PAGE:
From Amazon.com’s description of this 2013 book: “From his first book, From Spanish Court to Italian Ghetto, to his well-known volume on Jewish memory, Zakhor, to his treatment of Sigmund Freud in Freud’s Moses, Yosef Hayim Yerushalmi (1932–2009) earned recognition as perhaps the greatest Jewish historian of his day, whose scholarship blended vast erudition, unfettered creativity, and lyrical beauty. This volume charts his intellectual trajectory by bringing together a mix of classic and lesser-known essays from the whole of his career. The essays in this collection, representative of the range of his writing, acquaint the reader with his research on early modern Spanish Jewry and the experience of crypto-Jews, varied reflections on Jewish history and memory, and Yerushalmi’s enduring interest in the political history of the Jews.”
Here are some excerpts:
* Yerushalmi’s eminence, it must be noted, was not a result of the volume of his writing. In striking contrast to his doctoral mentor at Columbia University, Salo Baron, whose scholarly output was overwhelming, Yerushalmi was not an especially prolific writer. He was a careful guardian of quality control, a slow and meticulous craftsman, at times burdened by writer’s block and perhaps the anxiety of having the massively prolific Baron as his teacher. After producing a masterful monograph for his first book, Yerushalmi moved away from that genre, preferring relatively brief books, often first delivered in oral fashion. Zakhor, based on the Stroum Lectures at the University of Washington, was the most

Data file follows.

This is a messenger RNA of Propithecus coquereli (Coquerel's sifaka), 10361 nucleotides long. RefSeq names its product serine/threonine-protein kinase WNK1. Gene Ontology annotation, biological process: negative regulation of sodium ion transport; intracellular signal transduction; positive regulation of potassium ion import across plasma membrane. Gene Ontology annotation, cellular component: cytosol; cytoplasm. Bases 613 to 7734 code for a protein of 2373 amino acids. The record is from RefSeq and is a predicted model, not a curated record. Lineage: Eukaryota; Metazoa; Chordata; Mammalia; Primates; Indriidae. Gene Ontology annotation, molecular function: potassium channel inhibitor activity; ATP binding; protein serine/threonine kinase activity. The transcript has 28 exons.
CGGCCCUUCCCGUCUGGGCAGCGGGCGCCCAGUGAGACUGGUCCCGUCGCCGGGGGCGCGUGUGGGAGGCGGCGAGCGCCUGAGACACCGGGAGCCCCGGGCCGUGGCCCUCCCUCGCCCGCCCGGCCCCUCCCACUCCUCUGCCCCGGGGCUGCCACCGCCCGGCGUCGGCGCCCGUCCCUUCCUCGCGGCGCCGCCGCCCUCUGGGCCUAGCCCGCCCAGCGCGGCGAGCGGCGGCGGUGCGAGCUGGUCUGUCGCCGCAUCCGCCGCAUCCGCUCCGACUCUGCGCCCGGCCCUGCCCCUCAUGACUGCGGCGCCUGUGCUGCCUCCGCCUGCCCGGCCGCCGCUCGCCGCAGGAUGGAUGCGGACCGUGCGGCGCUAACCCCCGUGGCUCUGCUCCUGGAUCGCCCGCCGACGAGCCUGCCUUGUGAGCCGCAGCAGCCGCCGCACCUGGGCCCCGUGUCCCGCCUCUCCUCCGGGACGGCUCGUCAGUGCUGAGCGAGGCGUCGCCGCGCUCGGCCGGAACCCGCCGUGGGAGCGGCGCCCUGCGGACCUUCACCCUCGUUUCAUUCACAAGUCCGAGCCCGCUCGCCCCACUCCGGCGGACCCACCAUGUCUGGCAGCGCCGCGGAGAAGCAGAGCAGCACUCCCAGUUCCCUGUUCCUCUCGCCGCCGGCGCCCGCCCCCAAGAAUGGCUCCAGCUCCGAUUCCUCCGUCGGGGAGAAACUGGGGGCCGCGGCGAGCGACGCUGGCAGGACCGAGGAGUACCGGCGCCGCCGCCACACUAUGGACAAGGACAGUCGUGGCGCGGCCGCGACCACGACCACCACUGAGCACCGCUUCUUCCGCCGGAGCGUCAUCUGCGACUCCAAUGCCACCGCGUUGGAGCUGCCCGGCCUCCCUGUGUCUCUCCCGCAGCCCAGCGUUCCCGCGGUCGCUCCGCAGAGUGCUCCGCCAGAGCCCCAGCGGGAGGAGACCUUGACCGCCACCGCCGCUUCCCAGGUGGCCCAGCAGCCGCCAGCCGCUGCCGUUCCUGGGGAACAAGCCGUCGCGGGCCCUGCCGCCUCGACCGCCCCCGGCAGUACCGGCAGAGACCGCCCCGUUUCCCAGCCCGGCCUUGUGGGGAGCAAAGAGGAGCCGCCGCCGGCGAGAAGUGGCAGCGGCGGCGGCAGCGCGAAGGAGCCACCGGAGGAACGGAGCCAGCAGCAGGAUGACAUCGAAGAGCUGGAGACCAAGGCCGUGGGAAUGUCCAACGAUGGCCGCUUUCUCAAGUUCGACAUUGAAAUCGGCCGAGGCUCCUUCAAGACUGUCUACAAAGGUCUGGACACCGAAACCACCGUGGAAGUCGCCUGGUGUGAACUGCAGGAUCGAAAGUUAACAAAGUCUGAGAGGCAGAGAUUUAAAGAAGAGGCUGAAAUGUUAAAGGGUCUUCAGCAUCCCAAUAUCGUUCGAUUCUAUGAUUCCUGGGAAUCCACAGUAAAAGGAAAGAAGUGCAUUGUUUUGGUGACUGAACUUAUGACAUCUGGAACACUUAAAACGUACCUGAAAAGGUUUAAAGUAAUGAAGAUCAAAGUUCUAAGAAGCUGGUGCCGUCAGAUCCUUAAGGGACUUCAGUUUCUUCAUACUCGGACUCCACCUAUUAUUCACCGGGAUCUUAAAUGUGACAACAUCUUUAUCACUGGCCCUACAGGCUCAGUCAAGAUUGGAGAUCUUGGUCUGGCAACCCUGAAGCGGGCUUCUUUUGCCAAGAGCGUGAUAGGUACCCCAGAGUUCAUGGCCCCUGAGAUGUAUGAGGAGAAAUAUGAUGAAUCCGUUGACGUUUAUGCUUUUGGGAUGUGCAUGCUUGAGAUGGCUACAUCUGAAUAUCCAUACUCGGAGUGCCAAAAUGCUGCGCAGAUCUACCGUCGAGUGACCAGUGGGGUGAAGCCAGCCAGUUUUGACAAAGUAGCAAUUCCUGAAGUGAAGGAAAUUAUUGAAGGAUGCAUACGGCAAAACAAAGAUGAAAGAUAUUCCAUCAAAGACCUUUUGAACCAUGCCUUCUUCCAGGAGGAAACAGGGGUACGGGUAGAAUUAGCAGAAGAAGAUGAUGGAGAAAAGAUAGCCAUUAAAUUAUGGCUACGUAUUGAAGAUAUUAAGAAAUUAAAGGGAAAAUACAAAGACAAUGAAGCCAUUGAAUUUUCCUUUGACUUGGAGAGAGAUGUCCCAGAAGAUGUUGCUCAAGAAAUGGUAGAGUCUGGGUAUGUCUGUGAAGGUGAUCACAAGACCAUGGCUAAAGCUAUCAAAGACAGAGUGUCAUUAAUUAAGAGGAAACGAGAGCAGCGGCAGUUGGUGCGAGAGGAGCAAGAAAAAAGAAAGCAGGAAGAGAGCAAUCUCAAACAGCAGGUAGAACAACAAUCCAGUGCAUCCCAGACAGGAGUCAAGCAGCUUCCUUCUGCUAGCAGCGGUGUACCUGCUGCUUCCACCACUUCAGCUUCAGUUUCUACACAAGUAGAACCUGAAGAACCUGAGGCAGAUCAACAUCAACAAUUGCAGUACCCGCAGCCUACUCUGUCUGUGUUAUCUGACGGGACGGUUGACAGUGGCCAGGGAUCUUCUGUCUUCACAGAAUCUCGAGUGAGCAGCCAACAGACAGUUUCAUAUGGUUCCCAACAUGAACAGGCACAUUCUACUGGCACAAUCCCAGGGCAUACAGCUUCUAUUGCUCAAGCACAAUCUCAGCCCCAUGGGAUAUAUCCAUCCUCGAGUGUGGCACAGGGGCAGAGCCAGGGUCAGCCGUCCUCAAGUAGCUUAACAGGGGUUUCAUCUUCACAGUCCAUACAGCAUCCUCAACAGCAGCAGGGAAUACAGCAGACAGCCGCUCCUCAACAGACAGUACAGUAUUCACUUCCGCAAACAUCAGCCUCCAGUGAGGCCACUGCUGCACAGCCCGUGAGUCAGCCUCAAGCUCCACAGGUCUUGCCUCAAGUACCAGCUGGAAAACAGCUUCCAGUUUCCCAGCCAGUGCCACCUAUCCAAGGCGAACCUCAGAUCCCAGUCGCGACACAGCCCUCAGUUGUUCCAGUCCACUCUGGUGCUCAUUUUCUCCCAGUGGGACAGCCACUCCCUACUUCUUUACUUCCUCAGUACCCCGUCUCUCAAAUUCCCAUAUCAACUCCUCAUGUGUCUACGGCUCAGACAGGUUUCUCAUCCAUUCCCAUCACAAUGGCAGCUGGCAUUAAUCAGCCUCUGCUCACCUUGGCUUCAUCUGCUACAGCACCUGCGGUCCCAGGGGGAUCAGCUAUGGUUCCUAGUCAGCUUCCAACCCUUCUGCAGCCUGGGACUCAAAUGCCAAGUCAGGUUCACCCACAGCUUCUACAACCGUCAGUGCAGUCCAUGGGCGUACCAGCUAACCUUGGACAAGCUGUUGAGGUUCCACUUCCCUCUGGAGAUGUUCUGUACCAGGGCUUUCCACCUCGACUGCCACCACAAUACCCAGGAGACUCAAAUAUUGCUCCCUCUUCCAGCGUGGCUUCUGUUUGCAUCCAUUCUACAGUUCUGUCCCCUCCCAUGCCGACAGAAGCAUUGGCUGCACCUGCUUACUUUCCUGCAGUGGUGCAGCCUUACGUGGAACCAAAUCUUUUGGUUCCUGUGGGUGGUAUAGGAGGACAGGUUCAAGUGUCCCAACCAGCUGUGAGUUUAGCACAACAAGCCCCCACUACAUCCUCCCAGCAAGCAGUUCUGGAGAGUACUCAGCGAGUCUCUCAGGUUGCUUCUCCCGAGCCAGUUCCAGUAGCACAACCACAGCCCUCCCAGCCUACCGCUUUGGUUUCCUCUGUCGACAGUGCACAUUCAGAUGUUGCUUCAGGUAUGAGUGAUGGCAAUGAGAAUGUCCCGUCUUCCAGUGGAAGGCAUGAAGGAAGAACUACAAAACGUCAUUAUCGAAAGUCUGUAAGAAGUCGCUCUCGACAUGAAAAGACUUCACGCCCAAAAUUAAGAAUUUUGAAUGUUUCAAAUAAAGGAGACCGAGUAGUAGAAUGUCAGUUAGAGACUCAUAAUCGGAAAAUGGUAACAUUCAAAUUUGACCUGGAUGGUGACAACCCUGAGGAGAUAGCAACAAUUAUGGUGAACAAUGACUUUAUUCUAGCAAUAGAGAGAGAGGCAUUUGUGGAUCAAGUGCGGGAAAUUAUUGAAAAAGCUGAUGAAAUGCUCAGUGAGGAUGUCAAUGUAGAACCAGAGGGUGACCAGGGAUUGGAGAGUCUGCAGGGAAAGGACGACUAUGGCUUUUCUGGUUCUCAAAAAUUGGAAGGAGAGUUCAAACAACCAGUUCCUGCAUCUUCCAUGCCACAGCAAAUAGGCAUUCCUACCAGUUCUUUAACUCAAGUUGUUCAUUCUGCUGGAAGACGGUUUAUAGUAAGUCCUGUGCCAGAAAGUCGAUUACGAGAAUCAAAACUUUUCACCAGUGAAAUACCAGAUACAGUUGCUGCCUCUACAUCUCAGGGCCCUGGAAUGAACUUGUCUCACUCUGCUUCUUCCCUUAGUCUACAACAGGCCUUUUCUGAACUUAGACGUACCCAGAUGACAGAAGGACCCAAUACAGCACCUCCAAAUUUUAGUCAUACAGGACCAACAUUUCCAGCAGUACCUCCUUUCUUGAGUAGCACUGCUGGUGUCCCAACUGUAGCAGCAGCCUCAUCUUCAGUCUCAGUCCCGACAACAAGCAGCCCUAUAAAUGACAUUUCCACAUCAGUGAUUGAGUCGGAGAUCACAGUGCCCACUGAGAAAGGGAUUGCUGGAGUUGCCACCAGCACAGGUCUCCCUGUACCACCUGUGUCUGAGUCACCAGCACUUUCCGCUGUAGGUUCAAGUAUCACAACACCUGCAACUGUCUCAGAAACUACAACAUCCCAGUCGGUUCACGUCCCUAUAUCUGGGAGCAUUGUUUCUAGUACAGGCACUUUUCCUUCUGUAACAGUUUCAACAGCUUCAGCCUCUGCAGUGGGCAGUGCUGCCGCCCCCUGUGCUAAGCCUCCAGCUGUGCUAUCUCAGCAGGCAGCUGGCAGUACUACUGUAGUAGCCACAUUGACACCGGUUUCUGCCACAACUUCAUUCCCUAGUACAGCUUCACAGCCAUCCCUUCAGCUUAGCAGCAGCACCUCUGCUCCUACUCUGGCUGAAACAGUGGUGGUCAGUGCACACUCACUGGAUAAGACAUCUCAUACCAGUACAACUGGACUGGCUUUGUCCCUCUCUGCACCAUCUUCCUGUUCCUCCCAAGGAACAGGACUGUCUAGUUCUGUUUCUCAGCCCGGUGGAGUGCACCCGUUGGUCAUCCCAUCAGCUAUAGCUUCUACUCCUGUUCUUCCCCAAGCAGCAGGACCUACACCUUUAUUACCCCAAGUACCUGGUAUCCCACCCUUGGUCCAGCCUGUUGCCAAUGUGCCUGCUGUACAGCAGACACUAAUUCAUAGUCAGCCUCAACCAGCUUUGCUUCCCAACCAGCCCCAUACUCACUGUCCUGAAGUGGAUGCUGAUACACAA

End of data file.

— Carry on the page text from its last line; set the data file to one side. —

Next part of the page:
* After completing his B.A. at Yeshiva College, Yerushalmi headed further downtown to the Jewish Theological Seminary (JTS), whose rabbinical program he entered in 1953. The source of attraction to him was not the prospect of becoming a rabbi but the fact it was “the best place in New York to study Judaism from a critical perspective.”15 The assembly of academic talent at JTS in this period was extraordinary and included Saul Lieberman, H. L. Ginsburg, Abraham Joshua Heschel, and Mordecai Kaplan. Yerushalmi’s favorite mentor at JTS was the scholar of medieval Hebrew literature Shalom Spiegel, whom he remembered as the mythic “homo universalis” and who is perhaps best known for his multilayered analysis of the biblical story of the binding of Isaac (Genesis 22) in rabbinic literature in The Last Trial.16 The opportunity to work with the likes of Spiegel and Lieberman left an indelible imprint on Yerushalmi and solidified his desire to make the study of history his chosen path. It was at the Seminary that he also encountered as a guest professor a visitor from neighboring Columbia University who would have the most profound impact on Yerushalmi as a scholar: Salo Wittmayer Baron (1895–1989).
* Although he was well known as a scholar in the United States, Europe, and Israel, he did not believe that his historical knowledge bestowed upon him any particular right to speak out on issues of the day with regularity or in forums other than scholarly ones.